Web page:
How to Stop Problem Gambling

A chance to win something – money, property, or even more chances to play – is the definition of gambling. Unlike gambling in other forms, individuals need not make wagers to be guilty of this crime. A group of people may be liable for gambling if at least some members place bets. However, if the whole group participates in the activity, they may be guilty of gambling, as well. Here are some tips to help you stop problem gambling.

Problem gambling is a mental disorder

People who suffer from problem gambling frequently present to general practitioners for both mental and physical problems. In many cases, the gambling problem is associated with a number of other health problems, including stress, physical symptoms, relationship stress, and financial concerns. In some cases, the gambling problem is severe enough to lead to thoughts of suicide. The first step in treatment is to determine the extent of your problem. Self-care is vital in order to prevent relapse. For example, you should visit a doctor and join a support group to learn about your condition.

It is similar to substance abuse

While it may not seem like it, gambling is closely related to substance abuse. Researchers have linked addictive behaviors to increased levels of dopamine in the brain. The brain releases 10 times the normal amount of this neurotransmitter when an individual engages in gambling. However, continued use inhibits the natural release of dopamine, so the body needs more of the substance to experience the same rush. The same is true for substance abuse.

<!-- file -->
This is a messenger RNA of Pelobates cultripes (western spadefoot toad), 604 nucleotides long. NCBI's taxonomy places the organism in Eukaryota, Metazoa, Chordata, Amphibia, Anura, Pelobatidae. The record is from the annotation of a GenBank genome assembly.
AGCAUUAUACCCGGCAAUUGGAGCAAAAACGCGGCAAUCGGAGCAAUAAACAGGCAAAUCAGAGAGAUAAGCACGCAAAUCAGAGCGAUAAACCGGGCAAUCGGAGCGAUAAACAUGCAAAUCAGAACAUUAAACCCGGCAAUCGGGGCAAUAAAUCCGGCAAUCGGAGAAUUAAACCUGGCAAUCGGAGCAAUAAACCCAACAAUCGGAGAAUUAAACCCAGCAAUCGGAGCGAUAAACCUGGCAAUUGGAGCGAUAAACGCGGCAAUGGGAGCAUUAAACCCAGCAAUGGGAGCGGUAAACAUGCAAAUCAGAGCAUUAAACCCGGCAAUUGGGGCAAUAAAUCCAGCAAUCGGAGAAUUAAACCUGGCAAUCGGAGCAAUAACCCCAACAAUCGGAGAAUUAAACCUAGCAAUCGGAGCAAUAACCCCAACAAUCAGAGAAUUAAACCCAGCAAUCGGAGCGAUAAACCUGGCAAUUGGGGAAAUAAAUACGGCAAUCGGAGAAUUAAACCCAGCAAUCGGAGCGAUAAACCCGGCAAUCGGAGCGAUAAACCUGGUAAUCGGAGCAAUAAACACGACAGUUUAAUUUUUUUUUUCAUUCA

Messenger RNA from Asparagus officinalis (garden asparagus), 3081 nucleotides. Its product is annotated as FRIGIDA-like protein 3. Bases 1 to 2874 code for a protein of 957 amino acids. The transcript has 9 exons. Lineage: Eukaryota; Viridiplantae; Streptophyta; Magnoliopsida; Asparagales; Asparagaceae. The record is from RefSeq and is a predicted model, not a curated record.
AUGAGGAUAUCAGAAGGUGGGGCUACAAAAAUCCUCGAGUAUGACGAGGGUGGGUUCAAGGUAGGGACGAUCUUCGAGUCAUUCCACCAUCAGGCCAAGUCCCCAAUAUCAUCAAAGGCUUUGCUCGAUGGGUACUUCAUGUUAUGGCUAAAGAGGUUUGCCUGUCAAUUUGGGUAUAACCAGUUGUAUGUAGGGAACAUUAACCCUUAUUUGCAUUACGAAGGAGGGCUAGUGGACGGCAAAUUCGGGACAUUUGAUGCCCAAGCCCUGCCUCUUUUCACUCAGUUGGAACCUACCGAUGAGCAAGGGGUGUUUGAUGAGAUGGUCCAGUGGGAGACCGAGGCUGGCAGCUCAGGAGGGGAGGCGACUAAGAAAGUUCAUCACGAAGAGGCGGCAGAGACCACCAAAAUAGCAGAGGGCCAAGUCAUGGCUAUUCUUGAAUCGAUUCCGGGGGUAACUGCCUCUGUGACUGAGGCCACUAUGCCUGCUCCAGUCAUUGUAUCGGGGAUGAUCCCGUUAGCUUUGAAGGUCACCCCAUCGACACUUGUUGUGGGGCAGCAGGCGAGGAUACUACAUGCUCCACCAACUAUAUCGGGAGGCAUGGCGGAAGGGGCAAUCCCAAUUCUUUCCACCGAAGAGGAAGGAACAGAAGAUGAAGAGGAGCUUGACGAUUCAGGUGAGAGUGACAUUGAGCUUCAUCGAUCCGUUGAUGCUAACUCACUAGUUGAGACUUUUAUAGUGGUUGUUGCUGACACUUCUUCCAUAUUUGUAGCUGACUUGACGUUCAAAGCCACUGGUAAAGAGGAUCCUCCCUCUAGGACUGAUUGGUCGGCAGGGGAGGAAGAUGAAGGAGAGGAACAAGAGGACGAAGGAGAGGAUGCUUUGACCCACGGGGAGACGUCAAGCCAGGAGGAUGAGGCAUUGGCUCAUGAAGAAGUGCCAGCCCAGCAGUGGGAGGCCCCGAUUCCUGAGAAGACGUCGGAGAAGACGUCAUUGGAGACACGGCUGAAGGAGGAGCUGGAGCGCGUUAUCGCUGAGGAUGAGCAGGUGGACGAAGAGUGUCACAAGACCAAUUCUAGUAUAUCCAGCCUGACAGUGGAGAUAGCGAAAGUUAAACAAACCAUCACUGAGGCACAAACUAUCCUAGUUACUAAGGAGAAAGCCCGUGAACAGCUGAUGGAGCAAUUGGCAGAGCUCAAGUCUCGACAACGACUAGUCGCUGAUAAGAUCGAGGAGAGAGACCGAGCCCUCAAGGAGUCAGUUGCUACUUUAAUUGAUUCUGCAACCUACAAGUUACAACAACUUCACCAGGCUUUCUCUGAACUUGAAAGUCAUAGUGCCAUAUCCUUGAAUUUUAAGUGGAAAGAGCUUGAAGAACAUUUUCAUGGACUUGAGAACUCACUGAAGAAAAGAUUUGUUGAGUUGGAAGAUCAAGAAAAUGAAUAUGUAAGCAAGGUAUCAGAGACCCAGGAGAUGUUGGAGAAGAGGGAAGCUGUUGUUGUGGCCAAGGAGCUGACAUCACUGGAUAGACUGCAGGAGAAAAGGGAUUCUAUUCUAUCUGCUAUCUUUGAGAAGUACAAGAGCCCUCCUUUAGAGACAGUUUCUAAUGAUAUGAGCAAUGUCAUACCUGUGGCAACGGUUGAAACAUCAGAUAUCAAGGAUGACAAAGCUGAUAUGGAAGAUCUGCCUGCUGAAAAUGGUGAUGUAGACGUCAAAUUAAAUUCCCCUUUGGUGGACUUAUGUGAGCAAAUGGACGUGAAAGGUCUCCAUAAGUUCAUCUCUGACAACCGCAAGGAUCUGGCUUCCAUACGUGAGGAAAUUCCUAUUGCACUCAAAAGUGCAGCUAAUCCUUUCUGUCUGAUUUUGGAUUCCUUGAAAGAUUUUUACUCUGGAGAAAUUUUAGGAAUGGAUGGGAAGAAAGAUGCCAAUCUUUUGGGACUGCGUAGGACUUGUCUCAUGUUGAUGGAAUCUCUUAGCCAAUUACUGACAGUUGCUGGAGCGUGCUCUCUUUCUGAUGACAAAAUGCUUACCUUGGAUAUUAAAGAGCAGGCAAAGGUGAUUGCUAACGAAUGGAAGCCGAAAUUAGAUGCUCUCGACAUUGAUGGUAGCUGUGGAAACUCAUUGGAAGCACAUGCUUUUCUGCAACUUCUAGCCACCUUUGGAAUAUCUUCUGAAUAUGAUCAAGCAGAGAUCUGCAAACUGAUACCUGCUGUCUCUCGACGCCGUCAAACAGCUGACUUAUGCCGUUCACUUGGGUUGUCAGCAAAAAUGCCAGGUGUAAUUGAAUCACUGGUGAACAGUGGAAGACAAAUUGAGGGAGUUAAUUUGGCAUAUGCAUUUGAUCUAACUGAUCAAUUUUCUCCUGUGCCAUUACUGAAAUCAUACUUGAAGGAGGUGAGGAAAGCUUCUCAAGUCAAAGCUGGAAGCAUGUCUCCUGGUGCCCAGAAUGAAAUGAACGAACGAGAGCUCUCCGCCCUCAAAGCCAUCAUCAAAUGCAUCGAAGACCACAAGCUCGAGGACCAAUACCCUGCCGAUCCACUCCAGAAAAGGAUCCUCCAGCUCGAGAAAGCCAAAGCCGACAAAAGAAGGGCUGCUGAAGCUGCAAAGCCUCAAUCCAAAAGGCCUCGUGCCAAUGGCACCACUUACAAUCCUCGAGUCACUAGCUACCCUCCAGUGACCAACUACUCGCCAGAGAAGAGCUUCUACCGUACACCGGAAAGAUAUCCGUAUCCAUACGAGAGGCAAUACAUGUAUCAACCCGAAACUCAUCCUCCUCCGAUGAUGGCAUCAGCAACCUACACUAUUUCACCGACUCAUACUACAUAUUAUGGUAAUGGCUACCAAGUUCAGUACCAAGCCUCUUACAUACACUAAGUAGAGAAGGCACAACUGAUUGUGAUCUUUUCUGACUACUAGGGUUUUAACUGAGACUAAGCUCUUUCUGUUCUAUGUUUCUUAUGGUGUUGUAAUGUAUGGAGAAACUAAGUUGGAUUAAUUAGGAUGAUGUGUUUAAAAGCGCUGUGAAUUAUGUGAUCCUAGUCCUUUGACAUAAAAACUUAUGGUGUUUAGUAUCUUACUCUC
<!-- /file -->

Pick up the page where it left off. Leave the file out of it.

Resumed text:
It is a game of chance

It is a game of chance when the outcome of a game depends more on luck than skill. It is often played as gambling, and games of chance are all those where people place bets. For example, a tennis match between two blindfolded players depends more on luck than skill. The outcome of a blindfolded tennis match is largely unpredictable. Players have no way of influencing the outcome, so they can only speculate on the outcome.

It can be addictive

It is possible to break the addiction to gambling by finding a different hobby. It can be very difficult to resist the temptation of gambling when the odds are stacked against you. But if you do not let your addiction get out of control, picking up a new hobby can help you overcome the craving. In addiction treatment programs, people are encouraged to find other hobbies and skills to occupy their time. It is important to keep in mind that the relapse is a positive sign that the addiction is working and recovery is taking place.

It can cause personal and social harm

During times of crisis, family violence can increase. As a result, people with gambling problems are more likely to resort to physical or emotional abuse. In some cases, children may also be harmed due to the pent-up anger. If you or a family member has experienced any of these consequences, contact the Ontario Problem Gambling Helpline or call 999. The counselors at the helpline can help you find the resources you need to recover from your gambling addiction.